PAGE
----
Macbeth

Sarah Ade Wallace and Todd Schwartz in Genesius Guild’s “Macbeth.”

CONTRIBUTED PHOTO

Even though I only got to see about one-third of Genesius Guild’s “Macbeth” on Sunday night — steady streams of lightning surrounding Lincoln Park forced a cancellation at 9 p.m. — I still walked away impressed with what I saw.

Michael King’s direction and some technical mastery were very out-of-the-box, especially by Genesius’ standards of keeping all the action on the park’s Classic Theatre stage.

That begins right at the top, with several dozen actors in swordplay among the trees in the park on the audience’s right, with the action spilling over onto the stage.

It continues with Andy Shearouse’s lighting design, going far more complex than other productions with extra wattage and tones of pinks and purples that add to the storytelling.

Even the sound got an upgrade, thanks to designer Todd Schwartz, with the voices of witches Cait Bodenbender, Stephanie Moeller and Angela Rathman setting the stage for their appearance in a menacing, rowdy/raunchy carnival-freak sort of vibe.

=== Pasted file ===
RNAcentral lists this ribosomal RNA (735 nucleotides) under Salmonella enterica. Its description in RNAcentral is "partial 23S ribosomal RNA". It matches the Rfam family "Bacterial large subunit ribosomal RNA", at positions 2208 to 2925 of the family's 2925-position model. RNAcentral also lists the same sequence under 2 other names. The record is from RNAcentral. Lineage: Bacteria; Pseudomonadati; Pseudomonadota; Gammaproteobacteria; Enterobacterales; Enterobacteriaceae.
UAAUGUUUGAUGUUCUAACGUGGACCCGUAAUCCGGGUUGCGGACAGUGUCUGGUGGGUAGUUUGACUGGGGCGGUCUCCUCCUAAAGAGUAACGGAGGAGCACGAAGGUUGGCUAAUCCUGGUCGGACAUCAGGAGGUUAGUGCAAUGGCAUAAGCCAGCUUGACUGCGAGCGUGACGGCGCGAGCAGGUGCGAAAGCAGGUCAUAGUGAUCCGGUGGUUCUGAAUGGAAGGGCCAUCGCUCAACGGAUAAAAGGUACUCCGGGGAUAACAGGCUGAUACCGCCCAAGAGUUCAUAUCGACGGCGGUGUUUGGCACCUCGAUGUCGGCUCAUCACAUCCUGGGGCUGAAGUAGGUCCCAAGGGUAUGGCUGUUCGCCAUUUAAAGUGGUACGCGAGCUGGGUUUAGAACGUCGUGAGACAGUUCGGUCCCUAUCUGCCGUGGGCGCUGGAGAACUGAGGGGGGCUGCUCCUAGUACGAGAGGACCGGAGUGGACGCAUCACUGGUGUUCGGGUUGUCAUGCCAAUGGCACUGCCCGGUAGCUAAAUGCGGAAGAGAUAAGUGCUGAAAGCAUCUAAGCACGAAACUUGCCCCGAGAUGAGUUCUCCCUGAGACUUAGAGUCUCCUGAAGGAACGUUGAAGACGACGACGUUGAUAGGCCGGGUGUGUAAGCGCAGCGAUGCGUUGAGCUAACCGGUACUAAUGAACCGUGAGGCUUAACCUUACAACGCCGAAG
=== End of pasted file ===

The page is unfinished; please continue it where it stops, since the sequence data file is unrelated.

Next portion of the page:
Schwartz plays the title role, and while neither he nor Sarah Ade Wallace as Lady Macbeth immediately look like what we may expect in the title roles, those of us on Sunday night saw the seeds of what was to become of their characters.

With a beard and a ponytail, Schwartz plays more of an adventurous Macbeth, and makes for a contentious couple with Wallace, who shows more charm than duplicity early on in the play. Wallace did, on Sunday night, nicely pitch a fit of anger so her peak vocal moments came at the same time as a low-flying airplane hovered above the park.

Schwartz, as well as Jason Dlouhy as Banquo, showed some of the more ingenious ideas in costumer Ellen Dixon’s work: Black, leather-looking outfits that appeared like a combination of “The Matrix” and a Japanese kimono.

Comically, I was glad to see Jake Walker take control of the stage for a few minutes as the drunken Porter, complete with a deeper-than-Shrek Scottish brogue.

This was my eighth summer of reviewing Genesius Guild at Lincoln Park, and the first time I’ve been to a show that’s been halted — just part of the hazards of doing outdoor theater.

If what we saw Sunday was an appetizer for the main course, it must have turned out to be quite a banquet.

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